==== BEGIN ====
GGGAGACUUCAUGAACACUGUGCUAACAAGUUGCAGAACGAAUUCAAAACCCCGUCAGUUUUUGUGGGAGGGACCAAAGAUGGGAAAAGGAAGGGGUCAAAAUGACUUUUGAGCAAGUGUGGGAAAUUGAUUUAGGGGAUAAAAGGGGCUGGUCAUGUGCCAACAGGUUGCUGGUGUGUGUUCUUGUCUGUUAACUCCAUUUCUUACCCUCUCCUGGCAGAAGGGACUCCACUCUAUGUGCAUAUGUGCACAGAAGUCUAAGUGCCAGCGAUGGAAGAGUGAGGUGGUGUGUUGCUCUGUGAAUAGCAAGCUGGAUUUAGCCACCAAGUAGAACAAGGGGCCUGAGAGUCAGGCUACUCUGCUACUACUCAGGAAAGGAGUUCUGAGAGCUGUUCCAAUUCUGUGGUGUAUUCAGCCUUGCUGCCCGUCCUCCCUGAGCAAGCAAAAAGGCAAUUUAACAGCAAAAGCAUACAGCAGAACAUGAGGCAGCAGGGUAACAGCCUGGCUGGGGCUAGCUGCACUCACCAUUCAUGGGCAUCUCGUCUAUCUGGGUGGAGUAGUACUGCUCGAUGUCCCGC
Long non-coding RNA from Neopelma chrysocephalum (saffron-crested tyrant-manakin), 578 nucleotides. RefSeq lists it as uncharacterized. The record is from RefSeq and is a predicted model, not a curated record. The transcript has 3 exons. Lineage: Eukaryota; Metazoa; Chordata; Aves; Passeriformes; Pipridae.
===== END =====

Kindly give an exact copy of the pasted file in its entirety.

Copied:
GGGAGACUUCAUGAACACUGUGCUAACAAGUUGCAGAACGAAUUCAAAACCCCGUCAGUUUUUGUGGGAGGGACCAAAGAUGGGAAAAGGAAGGGGUCAAAAUGACUUUUGAGCAAGUGUGGGAAAUUGAUUUAGGGGAUAAAAGGGGCUGGUCAUGUGCCAACAGGUUGCUGGUGUGUGUUCUUGUCUGUUAACUCCAUUUCUUACCCUCUCCUGGCAGAAGGGACUCCACUCUAUGUGCAUAUGUGCACAGAAGUCUAAGUGCCAGCGAUGGAAGAGUGAGGUGGUGUGUUGCUCUGUGAAUAGCAAGCUGGAUUUAGCCACCAAGUAGAACAAGGGGCCUGAGAGUCAGGCUACUCUGCUACUACUCAGGAAAGGAGUUCUGAGAGCUGUUCCAAUUCUGUGGUGUAUUCAGCCUUGCUGCCCGUCCUCCCUGAGCAAGCAAAAAGGCAAUUUAACAGCAAAAGCAUACAGCAGAACAUGAGGCAGCAGGGUAACAGCCUGGCUGGGGCUAGCUGCACUCACCAUUCAUGGGCAUCUCGUCUAUCUGGGUGGAGUAGUACUGCUCGAUGUCCCGC
Long non-coding RNA from Neopelma chrysocephalum (saffron-crested tyrant-manakin), 578 nucleotides. RefSeq lists it as uncharacterized. The record is from RefSeq and is a predicted model, not a curated record. The transcript has 3 exons. Lineage: Eukaryota; Metazoa; Chordata; Aves; Passeriformes; Pipridae.